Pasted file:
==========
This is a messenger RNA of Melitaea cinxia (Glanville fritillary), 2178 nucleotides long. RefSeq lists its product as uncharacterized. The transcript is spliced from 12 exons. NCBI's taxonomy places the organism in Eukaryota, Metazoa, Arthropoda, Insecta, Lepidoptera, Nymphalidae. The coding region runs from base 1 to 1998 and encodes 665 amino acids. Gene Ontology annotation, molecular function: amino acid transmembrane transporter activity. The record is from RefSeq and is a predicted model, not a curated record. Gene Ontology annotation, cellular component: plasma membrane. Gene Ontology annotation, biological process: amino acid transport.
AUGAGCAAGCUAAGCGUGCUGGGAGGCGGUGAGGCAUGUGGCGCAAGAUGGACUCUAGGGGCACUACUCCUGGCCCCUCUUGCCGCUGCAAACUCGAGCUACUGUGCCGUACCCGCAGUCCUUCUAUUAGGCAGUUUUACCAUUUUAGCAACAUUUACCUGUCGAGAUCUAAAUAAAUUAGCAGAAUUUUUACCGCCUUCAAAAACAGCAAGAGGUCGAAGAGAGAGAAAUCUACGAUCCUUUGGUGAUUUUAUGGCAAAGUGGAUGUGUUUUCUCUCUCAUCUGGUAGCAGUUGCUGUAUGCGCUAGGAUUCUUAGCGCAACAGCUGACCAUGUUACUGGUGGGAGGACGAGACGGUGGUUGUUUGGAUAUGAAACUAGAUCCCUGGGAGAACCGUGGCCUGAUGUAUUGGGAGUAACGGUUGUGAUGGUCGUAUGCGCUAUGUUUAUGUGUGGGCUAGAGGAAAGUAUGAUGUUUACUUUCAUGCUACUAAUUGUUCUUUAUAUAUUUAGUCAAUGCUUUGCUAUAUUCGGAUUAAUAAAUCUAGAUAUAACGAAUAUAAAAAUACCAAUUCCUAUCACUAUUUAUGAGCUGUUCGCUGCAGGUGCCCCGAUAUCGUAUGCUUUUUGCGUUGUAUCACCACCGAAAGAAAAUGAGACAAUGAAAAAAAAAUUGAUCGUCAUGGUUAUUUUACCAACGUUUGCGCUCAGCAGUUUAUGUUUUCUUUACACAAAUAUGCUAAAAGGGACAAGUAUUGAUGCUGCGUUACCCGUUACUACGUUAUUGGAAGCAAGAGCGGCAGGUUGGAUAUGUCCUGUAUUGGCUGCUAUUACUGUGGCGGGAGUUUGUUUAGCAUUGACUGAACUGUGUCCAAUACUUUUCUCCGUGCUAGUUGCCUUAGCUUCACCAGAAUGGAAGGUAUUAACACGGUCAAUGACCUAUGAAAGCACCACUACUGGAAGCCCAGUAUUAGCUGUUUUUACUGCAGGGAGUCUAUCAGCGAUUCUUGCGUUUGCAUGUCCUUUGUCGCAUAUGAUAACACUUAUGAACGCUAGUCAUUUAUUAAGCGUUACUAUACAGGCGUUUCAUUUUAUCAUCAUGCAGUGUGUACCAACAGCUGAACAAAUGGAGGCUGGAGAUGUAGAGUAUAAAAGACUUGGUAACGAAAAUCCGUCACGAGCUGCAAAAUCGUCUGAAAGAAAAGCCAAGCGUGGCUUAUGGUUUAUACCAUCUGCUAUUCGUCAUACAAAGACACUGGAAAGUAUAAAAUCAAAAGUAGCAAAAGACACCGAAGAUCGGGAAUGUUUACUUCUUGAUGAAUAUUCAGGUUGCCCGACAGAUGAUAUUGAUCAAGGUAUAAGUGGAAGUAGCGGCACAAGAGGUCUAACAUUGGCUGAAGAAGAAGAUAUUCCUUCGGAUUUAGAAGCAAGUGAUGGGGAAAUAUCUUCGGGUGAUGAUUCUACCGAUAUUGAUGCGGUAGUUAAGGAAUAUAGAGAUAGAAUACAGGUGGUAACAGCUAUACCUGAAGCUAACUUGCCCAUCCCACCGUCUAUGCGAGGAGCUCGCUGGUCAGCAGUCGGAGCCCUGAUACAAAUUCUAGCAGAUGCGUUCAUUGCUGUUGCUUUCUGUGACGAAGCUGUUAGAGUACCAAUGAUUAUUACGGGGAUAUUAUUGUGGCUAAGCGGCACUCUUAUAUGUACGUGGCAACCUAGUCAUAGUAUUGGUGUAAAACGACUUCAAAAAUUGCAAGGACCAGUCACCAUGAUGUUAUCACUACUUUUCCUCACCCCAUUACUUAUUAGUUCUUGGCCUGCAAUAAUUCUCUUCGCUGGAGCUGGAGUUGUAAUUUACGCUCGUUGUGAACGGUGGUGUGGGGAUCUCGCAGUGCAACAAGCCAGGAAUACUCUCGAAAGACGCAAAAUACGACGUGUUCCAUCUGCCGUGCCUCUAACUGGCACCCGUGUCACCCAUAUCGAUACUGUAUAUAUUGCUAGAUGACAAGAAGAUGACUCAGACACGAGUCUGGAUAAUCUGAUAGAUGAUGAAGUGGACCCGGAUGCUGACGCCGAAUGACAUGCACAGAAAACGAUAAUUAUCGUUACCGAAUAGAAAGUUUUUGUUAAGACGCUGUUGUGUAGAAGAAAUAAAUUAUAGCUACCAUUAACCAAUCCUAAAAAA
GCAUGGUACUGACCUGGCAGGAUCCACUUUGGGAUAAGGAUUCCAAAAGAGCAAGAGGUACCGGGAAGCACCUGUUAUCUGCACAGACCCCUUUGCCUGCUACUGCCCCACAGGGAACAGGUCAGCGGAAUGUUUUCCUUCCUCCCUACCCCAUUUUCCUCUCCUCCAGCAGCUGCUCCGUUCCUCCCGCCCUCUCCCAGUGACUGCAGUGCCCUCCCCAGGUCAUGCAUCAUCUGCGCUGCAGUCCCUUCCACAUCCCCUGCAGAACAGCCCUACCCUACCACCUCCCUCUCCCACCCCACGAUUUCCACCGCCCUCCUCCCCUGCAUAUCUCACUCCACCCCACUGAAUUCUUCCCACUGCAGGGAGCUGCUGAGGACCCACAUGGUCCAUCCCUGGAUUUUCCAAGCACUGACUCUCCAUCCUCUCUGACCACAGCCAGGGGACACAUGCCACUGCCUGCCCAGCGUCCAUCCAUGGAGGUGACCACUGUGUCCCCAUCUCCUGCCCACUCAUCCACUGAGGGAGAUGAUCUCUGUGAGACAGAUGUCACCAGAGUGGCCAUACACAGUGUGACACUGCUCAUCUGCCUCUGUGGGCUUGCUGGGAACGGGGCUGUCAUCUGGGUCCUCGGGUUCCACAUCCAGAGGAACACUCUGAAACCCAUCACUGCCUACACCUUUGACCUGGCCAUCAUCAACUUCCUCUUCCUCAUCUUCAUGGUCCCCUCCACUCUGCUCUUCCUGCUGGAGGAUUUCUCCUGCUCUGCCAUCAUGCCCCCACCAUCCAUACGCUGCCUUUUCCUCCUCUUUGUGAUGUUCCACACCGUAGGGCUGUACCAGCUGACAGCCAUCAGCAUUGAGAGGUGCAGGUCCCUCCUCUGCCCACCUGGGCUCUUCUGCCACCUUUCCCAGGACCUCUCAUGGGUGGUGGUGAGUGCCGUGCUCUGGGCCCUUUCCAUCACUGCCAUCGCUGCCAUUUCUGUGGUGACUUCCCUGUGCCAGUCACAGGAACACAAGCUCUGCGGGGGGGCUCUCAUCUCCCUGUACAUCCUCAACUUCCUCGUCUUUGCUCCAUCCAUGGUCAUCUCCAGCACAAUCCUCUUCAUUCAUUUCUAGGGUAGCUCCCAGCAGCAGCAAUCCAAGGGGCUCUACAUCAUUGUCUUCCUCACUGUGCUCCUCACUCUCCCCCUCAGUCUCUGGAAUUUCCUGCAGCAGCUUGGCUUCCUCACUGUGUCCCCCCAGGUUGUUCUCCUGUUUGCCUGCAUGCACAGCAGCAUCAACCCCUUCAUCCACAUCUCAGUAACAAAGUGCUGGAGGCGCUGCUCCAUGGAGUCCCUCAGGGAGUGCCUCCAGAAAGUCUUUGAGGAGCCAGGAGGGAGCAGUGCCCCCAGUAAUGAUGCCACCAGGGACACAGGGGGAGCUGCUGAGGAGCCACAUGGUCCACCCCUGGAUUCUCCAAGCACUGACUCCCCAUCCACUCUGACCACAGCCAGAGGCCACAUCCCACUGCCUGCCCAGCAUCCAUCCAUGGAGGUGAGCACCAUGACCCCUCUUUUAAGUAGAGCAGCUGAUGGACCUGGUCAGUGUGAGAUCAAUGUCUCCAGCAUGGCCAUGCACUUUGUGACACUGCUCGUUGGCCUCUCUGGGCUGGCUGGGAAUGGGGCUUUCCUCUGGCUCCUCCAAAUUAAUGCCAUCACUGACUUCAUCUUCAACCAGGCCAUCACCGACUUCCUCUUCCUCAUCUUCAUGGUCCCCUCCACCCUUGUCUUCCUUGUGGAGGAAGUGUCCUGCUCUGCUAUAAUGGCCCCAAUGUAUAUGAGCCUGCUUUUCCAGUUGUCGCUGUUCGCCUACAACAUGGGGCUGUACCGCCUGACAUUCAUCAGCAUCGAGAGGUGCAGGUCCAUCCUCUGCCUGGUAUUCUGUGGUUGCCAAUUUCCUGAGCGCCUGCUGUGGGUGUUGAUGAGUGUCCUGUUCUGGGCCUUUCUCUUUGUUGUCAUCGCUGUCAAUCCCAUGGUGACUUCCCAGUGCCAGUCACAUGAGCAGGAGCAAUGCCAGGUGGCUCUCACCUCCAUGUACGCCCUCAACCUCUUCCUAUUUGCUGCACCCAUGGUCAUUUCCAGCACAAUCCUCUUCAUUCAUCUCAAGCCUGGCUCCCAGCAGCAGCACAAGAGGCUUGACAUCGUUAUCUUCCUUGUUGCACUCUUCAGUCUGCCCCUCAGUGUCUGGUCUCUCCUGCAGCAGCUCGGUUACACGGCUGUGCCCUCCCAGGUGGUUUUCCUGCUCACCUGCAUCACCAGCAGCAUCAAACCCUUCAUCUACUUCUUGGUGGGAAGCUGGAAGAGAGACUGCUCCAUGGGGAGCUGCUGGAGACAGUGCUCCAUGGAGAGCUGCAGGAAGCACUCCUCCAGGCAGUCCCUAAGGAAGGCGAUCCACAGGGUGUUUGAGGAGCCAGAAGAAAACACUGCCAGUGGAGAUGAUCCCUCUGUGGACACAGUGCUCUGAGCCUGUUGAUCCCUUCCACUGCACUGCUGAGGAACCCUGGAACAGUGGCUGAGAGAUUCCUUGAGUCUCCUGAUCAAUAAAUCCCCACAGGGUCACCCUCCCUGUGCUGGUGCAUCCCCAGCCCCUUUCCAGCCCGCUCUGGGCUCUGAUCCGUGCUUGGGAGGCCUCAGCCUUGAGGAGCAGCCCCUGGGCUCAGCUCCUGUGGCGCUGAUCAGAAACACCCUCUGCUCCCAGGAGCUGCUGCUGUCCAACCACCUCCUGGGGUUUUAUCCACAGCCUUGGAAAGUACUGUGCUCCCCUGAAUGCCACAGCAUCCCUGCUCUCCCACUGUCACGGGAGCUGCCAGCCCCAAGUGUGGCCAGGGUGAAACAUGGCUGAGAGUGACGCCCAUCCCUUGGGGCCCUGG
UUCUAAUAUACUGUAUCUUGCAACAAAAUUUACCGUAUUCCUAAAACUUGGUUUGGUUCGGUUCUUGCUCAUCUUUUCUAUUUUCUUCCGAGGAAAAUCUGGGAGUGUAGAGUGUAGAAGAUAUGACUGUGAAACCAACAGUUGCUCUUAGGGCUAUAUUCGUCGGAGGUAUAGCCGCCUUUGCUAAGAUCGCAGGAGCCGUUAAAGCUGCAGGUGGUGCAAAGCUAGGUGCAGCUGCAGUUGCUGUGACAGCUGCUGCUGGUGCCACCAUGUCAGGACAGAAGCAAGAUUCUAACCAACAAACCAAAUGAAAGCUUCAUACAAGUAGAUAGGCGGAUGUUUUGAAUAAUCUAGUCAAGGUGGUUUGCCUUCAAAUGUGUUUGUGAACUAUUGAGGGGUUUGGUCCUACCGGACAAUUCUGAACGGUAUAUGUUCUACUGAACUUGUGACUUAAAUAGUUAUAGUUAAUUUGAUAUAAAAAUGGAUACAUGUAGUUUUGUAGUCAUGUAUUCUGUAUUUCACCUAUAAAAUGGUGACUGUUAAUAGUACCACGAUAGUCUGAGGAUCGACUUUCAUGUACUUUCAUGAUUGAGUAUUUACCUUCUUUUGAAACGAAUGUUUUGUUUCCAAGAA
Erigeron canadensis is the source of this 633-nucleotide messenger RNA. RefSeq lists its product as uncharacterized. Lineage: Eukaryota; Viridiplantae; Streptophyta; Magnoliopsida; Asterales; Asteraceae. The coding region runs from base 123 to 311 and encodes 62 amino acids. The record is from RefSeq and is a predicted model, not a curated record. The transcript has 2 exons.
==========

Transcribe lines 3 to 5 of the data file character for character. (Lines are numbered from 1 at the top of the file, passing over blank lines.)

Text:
GCAUGGUACUGACCUGGCAGGAUCCACUUUGGGAUAAGGAUUCCAAAAGAGCAAGAGGUACCGGGAAGCACCUGUUAUCUGCACAGACCCCUUUGCCUGCUACUGCCCCACAGGGAACAGGUCAGCGGAAUGUUUUCCUUCCUCCCUACCCCAUUUUCCUCUCCUCCAGCAGCUGCUCCGUUCCUCCCGCCCUCUCCCAGUGACUGCAGUGCCCUCCCCAGGUCAUGCAUCAUCUGCGCUGCAGUCCCUUCCACAUCCCCUGCAGAACAGCCCUACCCUACCACCUCCCUCUCCCACCCCACGAUUUCCACCGCCCUCCUCCCCUGCAUAUCUCACUCCACCCCACUGAAUUCUUCCCACUGCAGGGAGCUGCUGAGGACCCACAUGGUCCAUCCCUGGAUUUUCCAAGCACUGACUCUCCAUCCUCUCUGACCACAGCCAGGGGACACAUGCCACUGCCUGCCCAGCGUCCAUCCAUGGAGGUGACCACUGUGUCCCCAUCUCCUGCCCACUCAUCCACUGAGGGAGAUGAUCUCUGUGAGACAGAUGUCACCAGAGUGGCCAUACACAGUGUGACACUGCUCAUCUGCCUCUGUGGGCUUGCUGGGAACGGGGCUGUCAUCUGGGUCCUCGGGUUCCACAUCCAGAGGAACACUCUGAAACCCAUCACUGCCUACACCUUUGACCUGGCCAUCAUCAACUUCCUCUUCCUCAUCUUCAUGGUCCCCUCCACUCUGCUCUUCCUGCUGGAGGAUUUCUCCUGCUCUGCCAUCAUGCCCCCACCAUCCAUACGCUGCCUUUUCCUCCUCUUUGUGAUGUUCCACACCGUAGGGCUGUACCAGCUGACAGCCAUCAGCAUUGAGAGGUGCAGGUCCCUCCUCUGCCCACCUGGGCUCUUCUGCCACCUUUCCCAGGACCUCUCAUGGGUGGUGGUGAGUGCCGUGCUCUGGGCCCUUUCCAUCACUGCCAUCGCUGCCAUUUCUGUGGUGACUUCCCUGUGCCAGUCACAGGAACACAAGCUCUGCGGGGGGGCUCUCAUCUCCCUGUACAUCCUCAACUUCCUCGUCUUUGCUCCAUCCAUGGUCAUCUCCAGCACAAUCCUCUUCAUUCAUUUCUAGGGUAGCUCCCAGCAGCAGCAAUCCAAGGGGCUCUACAUCAUUGUCUUCCUCACUGUGCUCCUCACUCUCCCCCUCAGUCUCUGGAAUUUCCUGCAGCAGCUUGGCUUCCUCACUGUGUCCCCCCAGGUUGUUCUCCUGUUUGCCUGCAUGCACAGCAGCAUCAACCCCUUCAUCCACAUCUCAGUAACAAAGUGCUGGAGGCGCUGCUCCAUGGAGUCCCUCAGGGAGUGCCUCCAGAAAGUCUUUGAGGAGCCAGGAGGGAGCAGUGCCCCCAGUAAUGAUGCCACCAGGGACACAGGGGGAGCUGCUGAGGAGCCACAUGGUCCACCCCUGGAUUCUCCAAGCACUGACUCCCCAUCCACUCUGACCACAGCCAGAGGCCACAUCCCACUGCCUGCCCAGCAUCCAUCCAUGGAGGUGAGCACCAUGACCCCUCUUUUAAGUAGAGCAGCUGAUGGACCUGGUCAGUGUGAGAUCAAUGUCUCCAGCAUGGCCAUGCACUUUGUGACACUGCUCGUUGGCCUCUCUGGGCUGGCUGGGAAUGGGGCUUUCCUCUGGCUCCUCCAAAUUAAUGCCAUCACUGACUUCAUCUUCAACCAGGCCAUCACCGACUUCCUCUUCCUCAUCUUCAUGGUCCCCUCCACCCUUGUCUUCCUUGUGGAGGAAGUGUCCUGCUCUGCUAUAAUGGCCCCAAUGUAUAUGAGCCUGCUUUUCCAGUUGUCGCUGUUCGCCUACAACAUGGGGCUGUACCGCCUGACAUUCAUCAGCAUCGAGAGGUGCAGGUCCAUCCUCUGCCUGGUAUUCUGUGGUUGCCAAUUUCCUGAGCGCCUGCUGUGGGUGUUGAUGAGUGUCCUGUUCUGGGCCUUUCUCUUUGUUGUCAUCGCUGUCAAUCCCAUGGUGACUUCCCAGUGCCAGUCACAUGAGCAGGAGCAAUGCCAGGUGGCUCUCACCUCCAUGUACGCCCUCAACCUCUUCCUAUUUGCUGCACCCAUGGUCAUUUCCAGCACAAUCCUCUUCAUUCAUCUCAAGCCUGGCUCCCAGCAGCAGCACAAGAGGCUUGACAUCGUUAUCUUCCUUGUUGCACUCUUCAGUCUGCCCCUCAGUGUCUGGUCUCUCCUGCAGCAGCUCGGUUACACGGCUGUGCCCUCCCAGGUGGUUUUCCUGCUCACCUGCAUCACCAGCAGCAUCAAACCCUUCAUCUACUUCUUGGUGGGAAGCUGGAAGAGAGACUGCUCCAUGGGGAGCUGCUGGAGACAGUGCUCCAUGGAGAGCUGCAGGAAGCACUCCUCCAGGCAGUCCCUAAGGAAGGCGAUCCACAGGGUGUUUGAGGAGCCAGAAGAAAACACUGCCAGUGGAGAUGAUCCCUCUGUGGACACAGUGCUCUGAGCCUGUUGAUCCCUUCCACUGCACUGCUGAGGAACCCUGGAACAGUGGCUGAGAGAUUCCUUGAGUCUCCUGAUCAAUAAAUCCCCACAGGGUCACCCUCCCUGUGCUGGUGCAUCCCCAGCCCCUUUCCAGCCCGCUCUGGGCUCUGAUCCGUGCUUGGGAGGCCUCAGCCUUGAGGAGCAGCCCCUGGGCUCAGCUCCUGUGGCGCUGAUCAGAAACACCCUCUGCUCCCAGGAGCUGCUGCUGUCCAACCACCUCCUGGGGUUUUAUCCACAGCCUUGGAAAGUACUGUGCUCCCCUGAAUGCCACAGCAUCCCUGCUCUCCCACUGUCACGGGAGCUGCCAGCCCCAAGUGUGGCCAGGGUGAAACAUGGCUGAGAGUGACGCCCAUCCCUUGGGGCCCUGG
UUCUAAUAUACUGUAUCUUGCAACAAAAUUUACCGUAUUCCUAAAACUUGGUUUGGUUCGGUUCUUGCUCAUCUUUUCUAUUUUCUUCCGAGGAAAAUCUGGGAGUGUAGAGUGUAGAAGAUAUGACUGUGAAACCAACAGUUGCUCUUAGGGCUAUAUUCGUCGGAGGUAUAGCCGCCUUUGCUAAGAUCGCAGGAGCCGUUAAAGCUGCAGGUGGUGCAAAGCUAGGUGCAGCUGCAGUUGCUGUGACAGCUGCUGCUGGUGCCACCAUGUCAGGACAGAAGCAAGAUUCUAACCAACAAACCAAAUGAAAGCUUCAUACAAGUAGAUAGGCGGAUGUUUUGAAUAAUCUAGUCAAGGUGGUUUGCCUUCAAAUGUGUUUGUGAACUAUUGAGGGGUUUGGUCCUACCGGACAAUUCUGAACGGUAUAUGUUCUACUGAACUUGUGACUUAAAUAGUUAUAGUUAAUUUGAUAUAAAAAUGGAUACAUGUAGUUUUGUAGUCAUGUAUUCUGUAUUUCACCUAUAAAAUGGUGACUGUUAAUAGUACCACGAUAGUCUGAGGAUCGACUUUCAUGUACUUUCAUGAUUGAGUAUUUACCUUCUUUUGAAACGAAUGUUUUGUUUCCAAGAA
Erigeron canadensis is the source of this 633-nucleotide messenger RNA. RefSeq lists its product as uncharacterized. Lineage: Eukaryota; Viridiplantae; Streptophyta; Magnoliopsida; Asterales; Asteraceae. The coding region runs from base 123 to 311 and encodes 62 amino acids. The record is from RefSeq and is a predicted model, not a curated record. The transcript has 2 exons.